“Happy day today. The whole Bengtsson family united, to celebrate our birthdays… I’m the happiest, having such a big wonderful family, 4 sisters, 5 nephews/nieces and my parents.”
Angelica’s family has a major effect on how Angelica performs. After breaking the junior world record in 2011, Angelica moved to France to work with established pole vault trainers. However, it didn’t work out, and her form dipped. Angelica recovered by returning home to her family and training under her father’s tutelage. As per her website: “Her dad, Glenn Bengtsson, took up the role of her coach again and a more balanced training regime is leading Angelica into healthy success. Surrounded by friends and family, the environment plays a great role in supporting Angelica to achieve the best of her abilities.”
Angelica Bengtsson: Professional Career
Angelica Bengtsson started her career at club level for IFK Växjö, before going on to join Hässelby SK. She made her mark on the world stage when she was just 16 years old. She won the pole vault gold at the 2009 IAAF World Youth Championships, clearing a height of 4.32 m in the process. That same year, she won the Swedish senior national title as well, clearing 4.30 m in the process. Angelica Bengtsson won the title in a very dominant fashion, with a dominant margin of 22 cms over the rest of the field.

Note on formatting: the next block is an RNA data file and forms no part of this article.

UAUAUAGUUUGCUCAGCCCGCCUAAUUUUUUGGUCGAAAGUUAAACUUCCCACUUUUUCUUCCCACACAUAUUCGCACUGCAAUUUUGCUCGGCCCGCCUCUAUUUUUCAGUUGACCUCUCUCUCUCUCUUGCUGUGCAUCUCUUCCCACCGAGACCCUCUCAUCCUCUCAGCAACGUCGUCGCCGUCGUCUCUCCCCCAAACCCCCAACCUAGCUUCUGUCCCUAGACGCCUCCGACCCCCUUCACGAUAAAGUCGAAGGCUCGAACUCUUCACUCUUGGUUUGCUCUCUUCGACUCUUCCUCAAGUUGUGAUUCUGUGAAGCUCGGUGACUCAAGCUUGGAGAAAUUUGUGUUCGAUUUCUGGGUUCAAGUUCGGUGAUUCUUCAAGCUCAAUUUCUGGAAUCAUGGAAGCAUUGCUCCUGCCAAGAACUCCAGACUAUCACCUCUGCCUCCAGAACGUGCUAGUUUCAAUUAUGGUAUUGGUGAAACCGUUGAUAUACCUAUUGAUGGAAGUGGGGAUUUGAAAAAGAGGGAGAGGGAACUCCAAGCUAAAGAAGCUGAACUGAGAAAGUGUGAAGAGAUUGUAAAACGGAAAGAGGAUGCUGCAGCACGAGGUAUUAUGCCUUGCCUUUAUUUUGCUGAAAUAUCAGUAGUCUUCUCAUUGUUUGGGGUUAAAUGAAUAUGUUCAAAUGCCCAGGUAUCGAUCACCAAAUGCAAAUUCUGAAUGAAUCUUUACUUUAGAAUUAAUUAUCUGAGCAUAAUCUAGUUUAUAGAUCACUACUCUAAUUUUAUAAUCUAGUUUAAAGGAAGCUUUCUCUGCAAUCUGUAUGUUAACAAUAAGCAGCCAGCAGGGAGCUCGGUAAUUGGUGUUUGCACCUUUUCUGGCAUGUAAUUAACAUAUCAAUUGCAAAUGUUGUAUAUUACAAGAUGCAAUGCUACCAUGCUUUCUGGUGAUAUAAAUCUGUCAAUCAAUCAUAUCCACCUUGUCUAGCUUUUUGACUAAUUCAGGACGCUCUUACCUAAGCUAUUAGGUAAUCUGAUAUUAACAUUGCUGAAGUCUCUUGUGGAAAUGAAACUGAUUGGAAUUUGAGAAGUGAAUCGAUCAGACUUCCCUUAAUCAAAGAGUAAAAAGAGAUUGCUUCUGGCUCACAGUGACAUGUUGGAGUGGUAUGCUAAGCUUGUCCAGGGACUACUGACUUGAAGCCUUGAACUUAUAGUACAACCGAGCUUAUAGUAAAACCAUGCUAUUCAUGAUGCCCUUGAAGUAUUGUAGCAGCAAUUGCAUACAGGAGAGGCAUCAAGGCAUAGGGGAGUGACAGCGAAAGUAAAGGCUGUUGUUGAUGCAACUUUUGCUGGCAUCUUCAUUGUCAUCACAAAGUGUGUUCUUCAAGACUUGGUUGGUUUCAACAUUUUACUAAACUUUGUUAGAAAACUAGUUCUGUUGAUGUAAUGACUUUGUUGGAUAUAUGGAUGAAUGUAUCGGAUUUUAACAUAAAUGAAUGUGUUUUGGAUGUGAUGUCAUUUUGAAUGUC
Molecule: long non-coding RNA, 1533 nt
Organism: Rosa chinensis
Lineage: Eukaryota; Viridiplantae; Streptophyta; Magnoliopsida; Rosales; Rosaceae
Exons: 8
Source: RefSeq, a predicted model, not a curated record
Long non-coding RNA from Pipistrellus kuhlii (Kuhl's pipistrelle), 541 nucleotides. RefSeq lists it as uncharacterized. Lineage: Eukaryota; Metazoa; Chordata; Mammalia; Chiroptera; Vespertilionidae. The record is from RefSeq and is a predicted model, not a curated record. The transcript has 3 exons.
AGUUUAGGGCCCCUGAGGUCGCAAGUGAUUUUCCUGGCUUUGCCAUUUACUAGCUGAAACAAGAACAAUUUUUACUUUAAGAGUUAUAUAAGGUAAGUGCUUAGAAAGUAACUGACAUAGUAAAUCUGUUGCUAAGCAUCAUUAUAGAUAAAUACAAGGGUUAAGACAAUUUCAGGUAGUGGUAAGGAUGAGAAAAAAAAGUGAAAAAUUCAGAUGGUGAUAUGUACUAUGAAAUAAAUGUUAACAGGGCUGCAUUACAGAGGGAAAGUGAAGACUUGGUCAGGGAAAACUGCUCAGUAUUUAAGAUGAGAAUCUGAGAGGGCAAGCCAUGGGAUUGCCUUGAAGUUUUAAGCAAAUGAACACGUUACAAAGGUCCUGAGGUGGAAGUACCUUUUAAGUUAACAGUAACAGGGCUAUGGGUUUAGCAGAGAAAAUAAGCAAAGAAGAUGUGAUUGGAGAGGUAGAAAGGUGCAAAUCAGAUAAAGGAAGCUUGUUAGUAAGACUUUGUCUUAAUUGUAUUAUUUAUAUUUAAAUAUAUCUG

Angelica Bengtsson: Youth Level Dominance
Bengtsson established herself as one of top youth athletes at the 2010 European Youth Olympic Trials in Moscow in May. After winning the competition, she went on to improve the world youth record to 4.42 m. Immediately after that, she cleared 4.47 m to improve the record even further. She tried to shatter the Swedish senior record of 4.52 m as well, but fell short in three attempts. Even though her winning mark was good enough to qualify for the senior European Athletics Championships, Angelica Bengtsson chose to focus on the youth and junior level competitions. After winning the gold in 2009, Angelica Bengtsson added another gold medal to her collection at the 2010 Junior World Championship in Moncton. The conditions were extremely windy and not ideal for pole vault but she sealed her victory with a clearance of 4.15 m. She went on to add an extra ten centimetres between herself and Holly Bleasdale for a winning mark of 4.25 m. Her achievements made her one of the headline athletes at the first ever Summer Youth Olympics in Singapore. She duly delivered on her favourite status by winning the competition at a height of 4.30 m. She chose to bypass the challenge of Silke Spiegelburg’s world junior record of 4.48 m and went straight for the Swedish senior record, but again 4.52 m proved too much for the young athlete.